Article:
Cranberyy 2

 

 

 

In Joan Chittisters’s wonderful book, “The Gift of Years”, she writes  “The French call the years after  (official) retirement ‘the third age’ “.  She goes on throughout this lovely book to encourage and cheerlead those from about the age of 60  right until past 90 to see this time period as one filled with many blessings, though of course requiring  some attitude adjustments.

One of the blessings of this time for me ( and I am still working/teaching part-time and far from 90!) is the ability to look backwards down through the years, coming to better understand where I had been, be more acutely aware of the preciousness of NOW in this moment, and have a new tenderness, patience and compassion for those who are ahead of me and closer to eternity.

Inotherwords, perspective.

We have different agendas at each phase of life and Joan’s book eloquently captures all of them in her fascinating chapters.  For me, people- watching at the beach often captures the poignancy, humor and understanding of the different phases we move through…an enjoyable pastime for me in the now-available “floating” times I have to meander out and about with my camera, trying to capture in images what Joan offers  in words.

The beach and beach walkers all have different agendas. I have grandsons and know so well how little boys cannot resist skimming stones and small rocks across the waves…testing how far they can throw their dreams out upon the waters. Is the horizon the limit? Or is there more adventure beyond that? And the retired couple…holding hands, a slow stroll, maybe no need for talking, reconnecting after the active frenzied life of  youth and the middle years of  work and accomplishments, family and friends and many responsibilities, challenges and adventures.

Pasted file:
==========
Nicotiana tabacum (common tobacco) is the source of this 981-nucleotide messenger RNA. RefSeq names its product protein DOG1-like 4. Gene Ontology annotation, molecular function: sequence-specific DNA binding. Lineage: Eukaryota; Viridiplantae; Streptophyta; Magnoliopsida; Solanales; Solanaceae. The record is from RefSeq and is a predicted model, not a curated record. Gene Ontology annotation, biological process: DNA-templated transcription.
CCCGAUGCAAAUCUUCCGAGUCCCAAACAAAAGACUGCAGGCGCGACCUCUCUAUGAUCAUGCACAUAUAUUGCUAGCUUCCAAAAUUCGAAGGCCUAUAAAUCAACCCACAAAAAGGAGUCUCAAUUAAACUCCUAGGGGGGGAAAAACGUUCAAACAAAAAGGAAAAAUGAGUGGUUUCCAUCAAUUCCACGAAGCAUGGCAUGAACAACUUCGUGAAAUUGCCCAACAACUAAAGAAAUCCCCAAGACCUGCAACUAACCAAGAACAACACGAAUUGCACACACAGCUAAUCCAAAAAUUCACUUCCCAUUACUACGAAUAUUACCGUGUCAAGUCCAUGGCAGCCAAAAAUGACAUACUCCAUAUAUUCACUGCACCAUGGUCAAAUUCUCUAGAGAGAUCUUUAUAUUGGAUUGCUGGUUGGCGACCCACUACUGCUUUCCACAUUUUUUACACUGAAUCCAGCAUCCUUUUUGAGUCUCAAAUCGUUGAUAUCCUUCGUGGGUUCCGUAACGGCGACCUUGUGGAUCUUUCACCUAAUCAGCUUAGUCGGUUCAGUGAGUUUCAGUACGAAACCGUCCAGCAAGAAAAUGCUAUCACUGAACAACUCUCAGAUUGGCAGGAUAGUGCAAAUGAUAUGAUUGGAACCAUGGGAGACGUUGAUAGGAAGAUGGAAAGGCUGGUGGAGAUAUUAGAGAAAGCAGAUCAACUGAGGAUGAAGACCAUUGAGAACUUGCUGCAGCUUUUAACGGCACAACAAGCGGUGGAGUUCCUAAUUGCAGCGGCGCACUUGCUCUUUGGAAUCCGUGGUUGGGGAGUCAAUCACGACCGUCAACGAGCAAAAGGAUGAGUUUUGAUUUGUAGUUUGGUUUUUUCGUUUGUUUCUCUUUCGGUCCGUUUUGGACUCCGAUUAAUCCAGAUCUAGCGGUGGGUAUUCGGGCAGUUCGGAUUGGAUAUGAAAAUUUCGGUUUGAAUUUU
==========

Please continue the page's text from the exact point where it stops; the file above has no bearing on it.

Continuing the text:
share different agendasI PICA MG_5686 (2)

What about the Girlfriends? Such a familiar scene…. best friends…when teenage, sharing giggles over boys, middle years, long commiserations about relationships and challenges with husbands or lovers, shared wisdoms about raising kids, sisterhood guidance about following new paths of inspiration…. and older years…women soulsisters reminiscing and proud stories of grandchildren and adult children, comparing notes about health and lifestyle changes… I love this picture of these two girlfriends, deep in conversation along the beach, determined to keep sharing stories besides the challenges of the swirling gusts of wind threatening to snatch hat or skirt hems.

share E Mat People Pic one

And then, there is another agenda that is not age-related, but “spirit’  related when beach time is a no- agenda solitary time to just be, bringing nature and soul together in solitude to the music of sea and wind.

SOLOFof Scar PICA little blue boy (3)

share Lady on the rocks PIC Fisherwoman (2)

I am glad to be in this “third age” of life, giving me time to devote myself to writing, photography and pondering where I have been up to this point, where I am NOW in this gifted moment, and how I want to craft my life living at the edge along the shores of existence. Always a walk at the beach will inspire me to know the right way for me to live more fully.

From Christine, the Greening Sprit

share E Mat two book hand (2)